Nestle’s Nescafe to invest $196 million in Brazil by 2026 to tap surging demand

By Thomson Reuters May 9, 2024 | 7:15 AM

By Roberto Samora

SAO PAULO (Reuters) – Nestle plans to invest 1 billion reais ($196.5 million) in Brazil by 2026 to expand production capacity and out-of-home sales of its Nescafe lines, targeting younger consumers, executives told Reuters.

The company aims to consolidate the brand as a vehicle for higher value-added products that are rapidly growing in the country, according to the firm.

The Nescafe brand, which was first created in Brazil to sell instant coffee, today has a broader range of products. It seeks to capture consumers who are increasingly younger and want new “experiences” with the beverage, and who pay more than they normally would for a traditional cup, the executives said.

“We are at a time of expanding consumption of premium coffee, and that is making coffee consumption more sophisticated in Brazil,” Valeria Pardal, head of Nestle brand Cafe Nestle, said in an interview.

Part of the investments will be directed into expanding out-of-home consumption, mainly through the business-to-business segment, with the company expecting to double its number of out-of-home coffee machines in four years to 44,000.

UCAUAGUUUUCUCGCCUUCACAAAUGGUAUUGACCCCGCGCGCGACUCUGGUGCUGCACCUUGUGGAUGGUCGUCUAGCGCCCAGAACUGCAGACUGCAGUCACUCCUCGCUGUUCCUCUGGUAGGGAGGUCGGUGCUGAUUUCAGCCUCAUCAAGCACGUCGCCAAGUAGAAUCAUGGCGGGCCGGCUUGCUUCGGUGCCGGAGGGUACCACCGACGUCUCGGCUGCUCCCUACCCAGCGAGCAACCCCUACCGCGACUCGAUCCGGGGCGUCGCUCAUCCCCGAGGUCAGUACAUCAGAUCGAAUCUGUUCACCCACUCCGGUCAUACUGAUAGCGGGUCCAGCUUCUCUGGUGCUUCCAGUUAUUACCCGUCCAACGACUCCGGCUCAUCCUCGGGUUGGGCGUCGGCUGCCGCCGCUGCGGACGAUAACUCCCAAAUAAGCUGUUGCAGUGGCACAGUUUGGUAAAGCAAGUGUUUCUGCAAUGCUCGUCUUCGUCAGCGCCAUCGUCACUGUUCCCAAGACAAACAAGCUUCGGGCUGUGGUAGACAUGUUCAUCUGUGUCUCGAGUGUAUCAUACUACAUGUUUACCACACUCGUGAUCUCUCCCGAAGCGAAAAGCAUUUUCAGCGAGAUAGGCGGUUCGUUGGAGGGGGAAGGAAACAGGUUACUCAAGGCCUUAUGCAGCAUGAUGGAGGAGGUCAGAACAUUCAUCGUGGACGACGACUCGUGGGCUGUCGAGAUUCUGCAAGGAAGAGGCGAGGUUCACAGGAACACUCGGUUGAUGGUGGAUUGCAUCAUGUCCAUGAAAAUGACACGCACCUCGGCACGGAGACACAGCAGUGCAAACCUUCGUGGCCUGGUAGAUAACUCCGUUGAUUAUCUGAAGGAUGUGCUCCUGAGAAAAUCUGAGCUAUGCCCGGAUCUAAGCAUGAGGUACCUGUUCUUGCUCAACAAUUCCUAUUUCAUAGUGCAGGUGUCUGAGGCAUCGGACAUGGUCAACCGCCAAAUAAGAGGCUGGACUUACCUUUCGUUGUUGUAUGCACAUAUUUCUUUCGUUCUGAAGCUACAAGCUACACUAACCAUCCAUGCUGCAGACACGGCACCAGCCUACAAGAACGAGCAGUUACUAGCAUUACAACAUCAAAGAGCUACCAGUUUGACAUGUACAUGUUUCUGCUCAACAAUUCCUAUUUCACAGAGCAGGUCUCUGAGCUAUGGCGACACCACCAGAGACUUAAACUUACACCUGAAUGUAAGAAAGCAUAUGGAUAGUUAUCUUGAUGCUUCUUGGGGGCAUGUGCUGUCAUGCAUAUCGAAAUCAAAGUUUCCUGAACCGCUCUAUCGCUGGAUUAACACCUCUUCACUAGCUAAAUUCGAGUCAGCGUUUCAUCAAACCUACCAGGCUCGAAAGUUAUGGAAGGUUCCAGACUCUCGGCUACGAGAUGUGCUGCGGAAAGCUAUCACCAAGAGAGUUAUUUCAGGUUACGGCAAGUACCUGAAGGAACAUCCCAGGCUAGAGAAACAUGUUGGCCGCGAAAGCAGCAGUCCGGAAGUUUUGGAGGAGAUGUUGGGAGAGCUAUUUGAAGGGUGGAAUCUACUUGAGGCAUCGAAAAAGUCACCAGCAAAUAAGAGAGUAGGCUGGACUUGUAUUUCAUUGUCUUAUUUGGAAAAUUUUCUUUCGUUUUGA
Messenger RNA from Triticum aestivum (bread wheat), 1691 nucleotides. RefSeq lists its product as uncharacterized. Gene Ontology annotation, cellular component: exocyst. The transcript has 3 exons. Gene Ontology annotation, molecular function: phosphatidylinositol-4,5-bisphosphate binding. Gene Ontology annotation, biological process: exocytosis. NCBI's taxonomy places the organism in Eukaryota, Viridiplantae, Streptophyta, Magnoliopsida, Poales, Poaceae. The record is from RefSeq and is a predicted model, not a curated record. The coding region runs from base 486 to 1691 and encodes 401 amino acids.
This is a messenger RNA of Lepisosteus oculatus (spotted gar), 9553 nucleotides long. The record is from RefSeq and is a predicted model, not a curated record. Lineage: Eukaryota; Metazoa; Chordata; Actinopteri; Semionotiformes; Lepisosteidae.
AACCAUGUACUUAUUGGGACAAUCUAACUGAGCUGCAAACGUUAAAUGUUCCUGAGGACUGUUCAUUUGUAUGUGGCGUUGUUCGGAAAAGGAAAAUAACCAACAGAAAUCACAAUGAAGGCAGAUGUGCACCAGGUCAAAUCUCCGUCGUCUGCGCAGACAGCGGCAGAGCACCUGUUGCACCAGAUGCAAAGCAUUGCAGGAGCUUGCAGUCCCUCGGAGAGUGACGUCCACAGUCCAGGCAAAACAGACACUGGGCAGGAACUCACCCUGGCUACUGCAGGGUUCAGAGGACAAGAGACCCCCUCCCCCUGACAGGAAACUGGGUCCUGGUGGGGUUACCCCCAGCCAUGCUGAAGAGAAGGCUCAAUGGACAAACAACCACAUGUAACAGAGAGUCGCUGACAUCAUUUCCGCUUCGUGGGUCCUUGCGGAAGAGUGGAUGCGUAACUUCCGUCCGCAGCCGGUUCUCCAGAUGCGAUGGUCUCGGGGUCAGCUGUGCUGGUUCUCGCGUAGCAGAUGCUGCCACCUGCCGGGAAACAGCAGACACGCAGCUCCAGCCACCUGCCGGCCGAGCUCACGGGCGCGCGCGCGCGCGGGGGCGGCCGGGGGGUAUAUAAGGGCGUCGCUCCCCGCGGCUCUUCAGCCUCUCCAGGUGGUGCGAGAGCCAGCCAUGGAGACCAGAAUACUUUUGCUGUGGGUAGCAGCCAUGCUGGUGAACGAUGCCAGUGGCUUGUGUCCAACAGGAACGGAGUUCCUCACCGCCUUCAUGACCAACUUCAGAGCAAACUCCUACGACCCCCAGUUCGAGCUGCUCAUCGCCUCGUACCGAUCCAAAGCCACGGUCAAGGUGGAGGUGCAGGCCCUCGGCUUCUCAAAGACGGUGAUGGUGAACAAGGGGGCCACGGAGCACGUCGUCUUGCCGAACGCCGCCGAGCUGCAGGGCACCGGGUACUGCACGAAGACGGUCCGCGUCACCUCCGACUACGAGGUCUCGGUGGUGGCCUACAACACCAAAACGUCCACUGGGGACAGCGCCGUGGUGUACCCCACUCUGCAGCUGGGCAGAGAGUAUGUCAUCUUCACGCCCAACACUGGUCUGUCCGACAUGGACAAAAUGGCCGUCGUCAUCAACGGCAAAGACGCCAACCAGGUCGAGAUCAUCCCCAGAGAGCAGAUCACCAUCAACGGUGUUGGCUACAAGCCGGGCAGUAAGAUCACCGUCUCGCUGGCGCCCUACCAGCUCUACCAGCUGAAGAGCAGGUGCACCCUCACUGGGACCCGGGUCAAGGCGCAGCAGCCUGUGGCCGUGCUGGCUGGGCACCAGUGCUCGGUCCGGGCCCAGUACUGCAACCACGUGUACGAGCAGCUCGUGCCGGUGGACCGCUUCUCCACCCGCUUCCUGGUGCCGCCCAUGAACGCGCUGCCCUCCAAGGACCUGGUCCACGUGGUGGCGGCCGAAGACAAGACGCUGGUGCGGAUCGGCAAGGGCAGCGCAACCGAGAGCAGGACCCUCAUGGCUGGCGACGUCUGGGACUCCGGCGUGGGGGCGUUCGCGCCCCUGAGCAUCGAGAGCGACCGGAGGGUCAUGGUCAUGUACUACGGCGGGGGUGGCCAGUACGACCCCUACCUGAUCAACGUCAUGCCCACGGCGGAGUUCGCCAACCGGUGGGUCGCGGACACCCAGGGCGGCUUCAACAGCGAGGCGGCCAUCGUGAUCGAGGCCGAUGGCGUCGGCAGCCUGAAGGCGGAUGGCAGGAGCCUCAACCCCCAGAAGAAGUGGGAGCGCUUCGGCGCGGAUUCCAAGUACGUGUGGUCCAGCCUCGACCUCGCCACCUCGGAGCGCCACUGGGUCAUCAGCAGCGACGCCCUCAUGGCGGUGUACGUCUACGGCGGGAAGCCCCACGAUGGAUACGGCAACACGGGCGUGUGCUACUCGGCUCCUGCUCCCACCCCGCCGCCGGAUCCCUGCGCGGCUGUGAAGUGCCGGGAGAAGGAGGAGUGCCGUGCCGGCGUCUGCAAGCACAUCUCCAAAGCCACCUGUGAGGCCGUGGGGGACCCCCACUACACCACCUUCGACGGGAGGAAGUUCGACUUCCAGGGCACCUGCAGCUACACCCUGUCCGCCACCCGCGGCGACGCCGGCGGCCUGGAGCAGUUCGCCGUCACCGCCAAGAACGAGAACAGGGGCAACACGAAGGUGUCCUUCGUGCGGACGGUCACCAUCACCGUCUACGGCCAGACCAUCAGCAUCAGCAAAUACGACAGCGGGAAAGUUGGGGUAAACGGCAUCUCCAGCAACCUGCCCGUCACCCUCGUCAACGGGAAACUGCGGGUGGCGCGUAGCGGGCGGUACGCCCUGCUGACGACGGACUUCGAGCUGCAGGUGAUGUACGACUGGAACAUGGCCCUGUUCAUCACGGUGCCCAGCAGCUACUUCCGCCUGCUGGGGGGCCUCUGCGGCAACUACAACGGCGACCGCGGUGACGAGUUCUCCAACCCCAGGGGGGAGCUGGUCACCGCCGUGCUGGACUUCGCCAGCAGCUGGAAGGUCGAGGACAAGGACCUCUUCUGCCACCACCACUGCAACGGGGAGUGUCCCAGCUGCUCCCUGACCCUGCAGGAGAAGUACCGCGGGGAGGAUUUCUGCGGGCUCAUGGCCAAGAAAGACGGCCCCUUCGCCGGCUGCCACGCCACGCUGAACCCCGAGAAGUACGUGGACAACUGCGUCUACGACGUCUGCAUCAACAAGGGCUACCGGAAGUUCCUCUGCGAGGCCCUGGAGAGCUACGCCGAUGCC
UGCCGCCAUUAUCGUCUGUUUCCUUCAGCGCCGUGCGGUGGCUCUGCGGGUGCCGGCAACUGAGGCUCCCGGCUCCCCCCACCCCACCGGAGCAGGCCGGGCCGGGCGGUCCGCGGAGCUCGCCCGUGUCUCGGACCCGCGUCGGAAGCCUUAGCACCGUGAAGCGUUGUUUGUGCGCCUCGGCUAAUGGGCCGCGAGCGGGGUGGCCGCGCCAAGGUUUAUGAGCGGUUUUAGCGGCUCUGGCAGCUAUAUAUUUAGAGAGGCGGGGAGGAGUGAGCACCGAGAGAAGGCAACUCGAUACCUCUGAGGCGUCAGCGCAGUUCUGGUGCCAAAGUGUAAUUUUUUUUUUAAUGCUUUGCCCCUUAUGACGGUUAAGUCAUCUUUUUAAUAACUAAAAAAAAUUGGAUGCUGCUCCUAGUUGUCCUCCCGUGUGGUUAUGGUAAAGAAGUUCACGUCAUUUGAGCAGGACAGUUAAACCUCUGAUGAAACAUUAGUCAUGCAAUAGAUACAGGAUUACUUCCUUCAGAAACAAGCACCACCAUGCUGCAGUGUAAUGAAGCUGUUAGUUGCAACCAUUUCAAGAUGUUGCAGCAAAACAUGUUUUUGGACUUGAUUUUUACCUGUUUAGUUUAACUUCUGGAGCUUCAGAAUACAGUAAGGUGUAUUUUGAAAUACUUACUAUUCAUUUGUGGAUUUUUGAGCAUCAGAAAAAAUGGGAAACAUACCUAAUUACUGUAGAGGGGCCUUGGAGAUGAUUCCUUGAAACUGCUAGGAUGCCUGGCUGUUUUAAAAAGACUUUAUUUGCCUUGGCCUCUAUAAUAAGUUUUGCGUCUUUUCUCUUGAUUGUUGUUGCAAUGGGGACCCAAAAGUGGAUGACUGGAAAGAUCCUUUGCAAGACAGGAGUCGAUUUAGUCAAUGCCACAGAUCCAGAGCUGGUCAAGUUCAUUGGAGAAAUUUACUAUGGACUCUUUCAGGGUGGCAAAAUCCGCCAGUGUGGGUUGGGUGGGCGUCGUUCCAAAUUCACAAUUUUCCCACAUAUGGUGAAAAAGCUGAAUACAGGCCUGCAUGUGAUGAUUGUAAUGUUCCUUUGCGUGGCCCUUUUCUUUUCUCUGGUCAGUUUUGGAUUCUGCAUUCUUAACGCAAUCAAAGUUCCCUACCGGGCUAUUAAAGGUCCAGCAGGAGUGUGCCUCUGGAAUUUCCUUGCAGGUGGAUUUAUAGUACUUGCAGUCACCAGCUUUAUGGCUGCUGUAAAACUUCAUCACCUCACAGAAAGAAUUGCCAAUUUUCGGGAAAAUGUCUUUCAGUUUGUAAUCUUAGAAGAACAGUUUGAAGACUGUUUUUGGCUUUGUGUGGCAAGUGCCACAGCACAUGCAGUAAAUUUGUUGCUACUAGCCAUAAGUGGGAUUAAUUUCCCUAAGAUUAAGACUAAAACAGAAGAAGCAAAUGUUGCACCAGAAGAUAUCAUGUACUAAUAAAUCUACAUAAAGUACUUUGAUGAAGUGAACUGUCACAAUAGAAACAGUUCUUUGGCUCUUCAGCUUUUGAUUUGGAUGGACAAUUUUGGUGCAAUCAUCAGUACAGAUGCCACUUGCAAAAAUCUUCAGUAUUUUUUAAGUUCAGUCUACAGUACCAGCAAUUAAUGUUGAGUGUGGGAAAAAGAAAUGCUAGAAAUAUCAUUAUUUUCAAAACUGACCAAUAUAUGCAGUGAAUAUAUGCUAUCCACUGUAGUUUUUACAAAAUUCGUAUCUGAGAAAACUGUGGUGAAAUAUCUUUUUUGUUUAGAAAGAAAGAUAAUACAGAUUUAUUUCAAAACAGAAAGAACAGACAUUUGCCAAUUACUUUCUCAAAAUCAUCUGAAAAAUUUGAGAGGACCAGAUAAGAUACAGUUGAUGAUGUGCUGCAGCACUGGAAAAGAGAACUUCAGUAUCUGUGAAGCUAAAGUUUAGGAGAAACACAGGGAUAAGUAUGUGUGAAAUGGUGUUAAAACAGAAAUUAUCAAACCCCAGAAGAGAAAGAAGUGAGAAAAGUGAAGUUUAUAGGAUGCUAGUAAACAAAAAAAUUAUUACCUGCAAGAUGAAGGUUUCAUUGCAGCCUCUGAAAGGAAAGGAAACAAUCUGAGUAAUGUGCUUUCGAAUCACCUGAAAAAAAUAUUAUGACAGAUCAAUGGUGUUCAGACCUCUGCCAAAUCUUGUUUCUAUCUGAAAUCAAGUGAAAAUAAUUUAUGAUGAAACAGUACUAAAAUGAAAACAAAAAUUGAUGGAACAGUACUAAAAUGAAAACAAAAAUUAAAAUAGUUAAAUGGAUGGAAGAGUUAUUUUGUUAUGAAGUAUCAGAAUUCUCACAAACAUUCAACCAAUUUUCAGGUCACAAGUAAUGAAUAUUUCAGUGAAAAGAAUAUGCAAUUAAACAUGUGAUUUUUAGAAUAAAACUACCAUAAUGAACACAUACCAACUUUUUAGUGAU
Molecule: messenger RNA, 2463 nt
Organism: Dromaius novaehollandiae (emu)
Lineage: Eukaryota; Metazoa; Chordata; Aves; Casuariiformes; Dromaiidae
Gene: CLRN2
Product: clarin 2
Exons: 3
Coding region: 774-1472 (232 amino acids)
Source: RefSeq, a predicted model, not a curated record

Nescafe sales in Brazil’s retail market are expected to grow by up to 15% per year over four years, according to Nestle, outpacing the 5% to 6% growth it forecasts for that market in general.

“Brazilians have four to six cups of coffee a day, which is a lot, and our mission is to make sure those cups are of higher quality,” Pardal said, adding that young people are a key segment for the firm.

Consumption growth among people under 24 has been 10 times higher than among the rest of the consumer groups, according to Nestle.

“This is something new for the market. They drink iced coffee, coffee with cream, coffee with caramel,” Pardal said. “We used to say that coffee was a stimulant, today we say that coffee is a cup of pleasure.”

($1 = 5.0904 reais)

(Reporting by Roberto Samora; writing by Gabriel Araujo; editing by Susan Fenton)